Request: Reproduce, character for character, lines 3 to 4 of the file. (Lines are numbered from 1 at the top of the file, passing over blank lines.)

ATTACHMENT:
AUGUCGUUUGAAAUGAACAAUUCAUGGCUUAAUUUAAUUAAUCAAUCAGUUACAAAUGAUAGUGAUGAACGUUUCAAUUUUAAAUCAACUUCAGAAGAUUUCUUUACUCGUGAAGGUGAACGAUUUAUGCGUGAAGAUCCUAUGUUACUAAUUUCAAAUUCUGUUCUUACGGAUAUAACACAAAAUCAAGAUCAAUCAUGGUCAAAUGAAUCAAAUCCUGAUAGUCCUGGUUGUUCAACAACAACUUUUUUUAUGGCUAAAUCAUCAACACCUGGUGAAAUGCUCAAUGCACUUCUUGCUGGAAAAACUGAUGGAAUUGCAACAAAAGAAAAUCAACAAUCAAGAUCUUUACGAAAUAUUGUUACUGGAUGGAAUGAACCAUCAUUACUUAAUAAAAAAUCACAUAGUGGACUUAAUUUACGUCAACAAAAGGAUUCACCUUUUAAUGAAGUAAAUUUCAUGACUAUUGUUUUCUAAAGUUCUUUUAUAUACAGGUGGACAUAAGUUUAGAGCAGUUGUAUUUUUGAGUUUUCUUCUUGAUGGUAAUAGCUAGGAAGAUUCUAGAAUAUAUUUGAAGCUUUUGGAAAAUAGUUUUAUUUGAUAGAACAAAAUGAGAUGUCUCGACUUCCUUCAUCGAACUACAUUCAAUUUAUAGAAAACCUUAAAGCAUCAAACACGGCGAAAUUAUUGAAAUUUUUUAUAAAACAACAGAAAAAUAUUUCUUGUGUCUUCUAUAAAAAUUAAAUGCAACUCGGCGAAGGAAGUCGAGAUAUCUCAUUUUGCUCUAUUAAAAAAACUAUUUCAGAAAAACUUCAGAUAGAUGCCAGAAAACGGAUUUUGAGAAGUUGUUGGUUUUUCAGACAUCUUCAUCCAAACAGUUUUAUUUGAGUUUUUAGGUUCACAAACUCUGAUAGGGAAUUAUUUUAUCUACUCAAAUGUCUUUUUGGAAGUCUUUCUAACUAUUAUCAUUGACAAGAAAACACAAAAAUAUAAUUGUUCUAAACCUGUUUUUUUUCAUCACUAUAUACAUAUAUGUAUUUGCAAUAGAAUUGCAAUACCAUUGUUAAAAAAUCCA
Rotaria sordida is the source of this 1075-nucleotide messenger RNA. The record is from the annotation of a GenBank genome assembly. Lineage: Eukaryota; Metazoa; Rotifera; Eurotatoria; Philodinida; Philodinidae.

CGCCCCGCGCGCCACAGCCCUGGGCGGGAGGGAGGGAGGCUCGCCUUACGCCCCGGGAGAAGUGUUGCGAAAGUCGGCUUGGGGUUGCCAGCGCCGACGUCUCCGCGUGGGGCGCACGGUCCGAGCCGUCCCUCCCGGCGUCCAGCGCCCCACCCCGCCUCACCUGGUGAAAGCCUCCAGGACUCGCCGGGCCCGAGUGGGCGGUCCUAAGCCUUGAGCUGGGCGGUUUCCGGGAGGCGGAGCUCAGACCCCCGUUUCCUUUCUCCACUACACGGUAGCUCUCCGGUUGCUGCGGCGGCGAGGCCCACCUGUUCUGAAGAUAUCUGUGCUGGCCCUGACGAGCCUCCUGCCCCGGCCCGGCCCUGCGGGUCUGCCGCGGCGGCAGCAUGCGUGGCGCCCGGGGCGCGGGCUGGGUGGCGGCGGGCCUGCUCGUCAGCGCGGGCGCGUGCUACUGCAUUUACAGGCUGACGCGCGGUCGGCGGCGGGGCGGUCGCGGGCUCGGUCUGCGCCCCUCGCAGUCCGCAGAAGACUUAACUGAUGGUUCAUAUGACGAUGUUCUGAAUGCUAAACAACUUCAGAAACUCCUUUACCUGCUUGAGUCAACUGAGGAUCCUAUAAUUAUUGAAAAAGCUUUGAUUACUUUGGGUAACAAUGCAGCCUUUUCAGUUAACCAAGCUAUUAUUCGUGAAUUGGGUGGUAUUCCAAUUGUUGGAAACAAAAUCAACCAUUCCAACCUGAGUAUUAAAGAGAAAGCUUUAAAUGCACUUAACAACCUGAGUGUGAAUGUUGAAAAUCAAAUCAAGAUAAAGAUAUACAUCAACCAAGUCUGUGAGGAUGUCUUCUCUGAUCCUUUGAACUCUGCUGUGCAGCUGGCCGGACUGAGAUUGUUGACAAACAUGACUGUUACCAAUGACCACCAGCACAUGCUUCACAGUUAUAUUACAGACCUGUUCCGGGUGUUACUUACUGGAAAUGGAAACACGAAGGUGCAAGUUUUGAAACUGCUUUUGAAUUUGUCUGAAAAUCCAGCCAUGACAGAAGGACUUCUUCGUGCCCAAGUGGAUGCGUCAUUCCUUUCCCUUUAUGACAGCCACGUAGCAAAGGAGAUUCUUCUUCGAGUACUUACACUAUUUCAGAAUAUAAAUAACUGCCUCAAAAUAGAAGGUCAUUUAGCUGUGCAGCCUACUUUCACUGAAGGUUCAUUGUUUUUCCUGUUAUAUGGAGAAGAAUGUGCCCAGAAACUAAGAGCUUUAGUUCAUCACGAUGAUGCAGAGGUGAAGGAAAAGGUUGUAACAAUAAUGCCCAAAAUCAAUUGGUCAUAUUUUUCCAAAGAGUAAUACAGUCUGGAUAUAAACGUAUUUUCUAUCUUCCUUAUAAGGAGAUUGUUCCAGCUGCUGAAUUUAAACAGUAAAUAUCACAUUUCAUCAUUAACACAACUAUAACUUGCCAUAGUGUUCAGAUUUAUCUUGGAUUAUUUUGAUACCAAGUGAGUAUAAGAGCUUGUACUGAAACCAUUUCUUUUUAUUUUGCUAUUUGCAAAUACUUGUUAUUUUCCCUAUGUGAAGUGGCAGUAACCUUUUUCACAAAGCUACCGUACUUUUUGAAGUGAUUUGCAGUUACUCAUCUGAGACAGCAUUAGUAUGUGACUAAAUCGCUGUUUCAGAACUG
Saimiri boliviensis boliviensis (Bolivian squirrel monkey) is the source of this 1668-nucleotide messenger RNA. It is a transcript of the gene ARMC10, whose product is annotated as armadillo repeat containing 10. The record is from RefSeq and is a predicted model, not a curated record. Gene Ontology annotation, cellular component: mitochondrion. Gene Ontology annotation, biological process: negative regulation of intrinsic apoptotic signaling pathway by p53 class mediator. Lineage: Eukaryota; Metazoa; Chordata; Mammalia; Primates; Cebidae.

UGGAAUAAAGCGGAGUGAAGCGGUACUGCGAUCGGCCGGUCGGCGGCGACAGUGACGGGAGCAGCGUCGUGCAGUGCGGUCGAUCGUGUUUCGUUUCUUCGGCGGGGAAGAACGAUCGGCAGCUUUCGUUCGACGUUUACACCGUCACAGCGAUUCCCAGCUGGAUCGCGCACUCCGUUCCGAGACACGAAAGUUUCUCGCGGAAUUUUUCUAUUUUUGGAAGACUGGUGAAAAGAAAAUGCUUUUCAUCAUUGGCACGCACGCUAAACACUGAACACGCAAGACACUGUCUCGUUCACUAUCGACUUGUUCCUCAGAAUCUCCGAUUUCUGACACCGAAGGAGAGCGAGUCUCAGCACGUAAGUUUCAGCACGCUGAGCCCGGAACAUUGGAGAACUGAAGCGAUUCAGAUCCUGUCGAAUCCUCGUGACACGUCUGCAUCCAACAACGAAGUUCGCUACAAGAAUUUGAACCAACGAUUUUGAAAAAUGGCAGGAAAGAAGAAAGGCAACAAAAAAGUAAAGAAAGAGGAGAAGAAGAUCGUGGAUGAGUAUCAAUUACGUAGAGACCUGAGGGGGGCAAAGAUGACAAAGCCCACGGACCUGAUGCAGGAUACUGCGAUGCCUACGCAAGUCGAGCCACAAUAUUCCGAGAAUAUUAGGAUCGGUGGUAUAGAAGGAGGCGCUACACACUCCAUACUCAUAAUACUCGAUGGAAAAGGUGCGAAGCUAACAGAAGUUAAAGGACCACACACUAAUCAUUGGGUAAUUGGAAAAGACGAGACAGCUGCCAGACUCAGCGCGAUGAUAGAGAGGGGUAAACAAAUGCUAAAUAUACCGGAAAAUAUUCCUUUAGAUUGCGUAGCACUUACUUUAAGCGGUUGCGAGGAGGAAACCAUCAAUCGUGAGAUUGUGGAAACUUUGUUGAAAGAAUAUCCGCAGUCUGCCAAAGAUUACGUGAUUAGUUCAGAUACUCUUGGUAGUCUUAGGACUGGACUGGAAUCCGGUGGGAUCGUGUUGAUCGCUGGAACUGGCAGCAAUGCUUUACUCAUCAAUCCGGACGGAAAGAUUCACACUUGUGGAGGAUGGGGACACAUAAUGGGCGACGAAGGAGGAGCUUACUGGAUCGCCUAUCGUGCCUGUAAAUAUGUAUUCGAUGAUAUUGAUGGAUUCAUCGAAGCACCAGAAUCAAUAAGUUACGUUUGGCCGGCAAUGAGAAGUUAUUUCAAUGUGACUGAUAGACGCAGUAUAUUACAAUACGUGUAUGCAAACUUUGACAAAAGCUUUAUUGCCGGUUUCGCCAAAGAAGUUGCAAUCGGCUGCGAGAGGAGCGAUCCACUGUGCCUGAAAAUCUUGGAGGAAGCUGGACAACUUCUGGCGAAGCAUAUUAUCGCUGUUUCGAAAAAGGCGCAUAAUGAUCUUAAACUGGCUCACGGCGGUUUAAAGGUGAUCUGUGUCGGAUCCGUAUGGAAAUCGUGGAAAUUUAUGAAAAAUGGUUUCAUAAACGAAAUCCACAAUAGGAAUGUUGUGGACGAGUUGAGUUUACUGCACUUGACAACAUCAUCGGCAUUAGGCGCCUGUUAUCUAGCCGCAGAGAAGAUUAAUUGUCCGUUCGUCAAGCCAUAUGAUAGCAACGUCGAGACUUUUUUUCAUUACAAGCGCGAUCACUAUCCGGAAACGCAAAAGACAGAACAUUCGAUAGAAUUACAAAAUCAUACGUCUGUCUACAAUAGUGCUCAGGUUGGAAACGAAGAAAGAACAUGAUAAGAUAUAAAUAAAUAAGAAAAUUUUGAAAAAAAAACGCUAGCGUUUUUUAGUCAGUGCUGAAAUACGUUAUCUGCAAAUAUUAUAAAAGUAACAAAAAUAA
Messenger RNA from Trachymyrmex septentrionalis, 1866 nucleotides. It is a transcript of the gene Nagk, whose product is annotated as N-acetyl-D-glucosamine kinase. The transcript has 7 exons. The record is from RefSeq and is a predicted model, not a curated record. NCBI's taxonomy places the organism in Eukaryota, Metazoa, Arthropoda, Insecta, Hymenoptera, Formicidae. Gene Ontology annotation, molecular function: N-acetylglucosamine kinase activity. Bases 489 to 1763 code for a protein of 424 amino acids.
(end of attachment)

CGCCCCGCGCGCCACAGCCCUGGGCGGGAGGGAGGGAGGCUCGCCUUACGCCCCGGGAGAAGUGUUGCGAAAGUCGGCUUGGGGUUGCCAGCGCCGACGUCUCCGCGUGGGGCGCACGGUCCGAGCCGUCCCUCCCGGCGUCCAGCGCCCCACCCCGCCUCACCUGGUGAAAGCCUCCAGGACUCGCCGGGCCCGAGUGGGCGGUCCUAAGCCUUGAGCUGGGCGGUUUCCGGGAGGCGGAGCUCAGACCCCCGUUUCCUUUCUCCACUACACGGUAGCUCUCCGGUUGCUGCGGCGGCGAGGCCCACCUGUUCUGAAGAUAUCUGUGCUGGCCCUGACGAGCCUCCUGCCCCGGCCCGGCCCUGCGGGUCUGCCGCGGCGGCAGCAUGCGUGGCGCCCGGGGCGCGGGCUGGGUGGCGGCGGGCCUGCUCGUCAGCGCGGGCGCGUGCUACUGCAUUUACAGGCUGACGCGCGGUCGGCGGCGGGGCGGUCGCGGGCUCGGUCUGCGCCCCUCGCAGUCCGCAGAAGACUUAACUGAUGGUUCAUAUGACGAUGUUCUGAAUGCUAAACAACUUCAGAAACUCCUUUACCUGCUUGAGUCAACUGAGGAUCCUAUAAUUAUUGAAAAAGCUUUGAUUACUUUGGGUAACAAUGCAGCCUUUUCAGUUAACCAAGCUAUUAUUCGUGAAUUGGGUGGUAUUCCAAUUGUUGGAAACAAAAUCAACCAUUCCAACCUGAGUAUUAAAGAGAAAGCUUUAAAUGCACUUAACAACCUGAGUGUGAAUGUUGAAAAUCAAAUCAAGAUAAAGAUAUACAUCAACCAAGUCUGUGAGGAUGUCUUCUCUGAUCCUUUGAACUCUGCUGUGCAGCUGGCCGGACUGAGAUUGUUGACAAACAUGACUGUUACCAAUGACCACCAGCACAUGCUUCACAGUUAUAUUACAGACCUGUUCCGGGUGUUACUUACUGGAAAUGGAAACACGAAGGUGCAAGUUUUGAAACUGCUUUUGAAUUUGUCUGAAAAUCCAGCCAUGACAGAAGGACUUCUUCGUGCCCAAGUGGAUGCGUCAUUCCUUUCCCUUUAUGACAGCCACGUAGCAAAGGAGAUUCUUCUUCGAGUACUUACACUAUUUCAGAAUAUAAAUAACUGCCUCAAAAUAGAAGGUCAUUUAGCUGUGCAGCCUACUUUCACUGAAGGUUCAUUGUUUUUCCUGUUAUAUGGAGAAGAAUGUGCCCAGAAACUAAGAGCUUUAGUUCAUCACGAUGAUGCAGAGGUGAAGGAAAAGGUUGUAACAAUAAUGCCCAAAAUCAAUUGGUCAUAUUUUUCCAAAGAGUAAUACAGUCUGGAUAUAAACGUAUUUUCUAUCUUCCUUAUAAGGAGAUUGUUCCAGCUGCUGAAUUUAAACAGUAAAUAUCACAUUUCAUCAUUAACACAACUAUAACUUGCCAUAGUGUUCAGAUUUAUCUUGGAUUAUUUUGAUACCAAGUGAGUAUAAGAGCUUGUACUGAAACCAUUUCUUUUUAUUUUGCUAUUUGCAAAUACUUGUUAUUUUCCCUAUGUGAAGUGGCAGUAACCUUUUUCACAAAGCUACCGUACUUUUUGAAGUGAUUUGCAGUUACUCAUCUGAGACAGCAUUAGUAUGUGACUAAAUCGCUGUUUCAGAACUG
Saimiri boliviensis boliviensis (Bolivian squirrel monkey) is the source of this 1668-nucleotide messenger RNA. It is a transcript of the gene ARMC10, whose product is annotated as armadillo repeat containing 10. The record is from RefSeq and is a predicted model, not a curated record. Gene Ontology annotation, cellular component: mitochondrion. Gene Ontology annotation, biological process: negative regulation of intrinsic apoptotic signaling pathway by p53 class mediator. Lineage: Eukaryota; Metazoa; Chordata; Mammalia; Primates; Cebidae.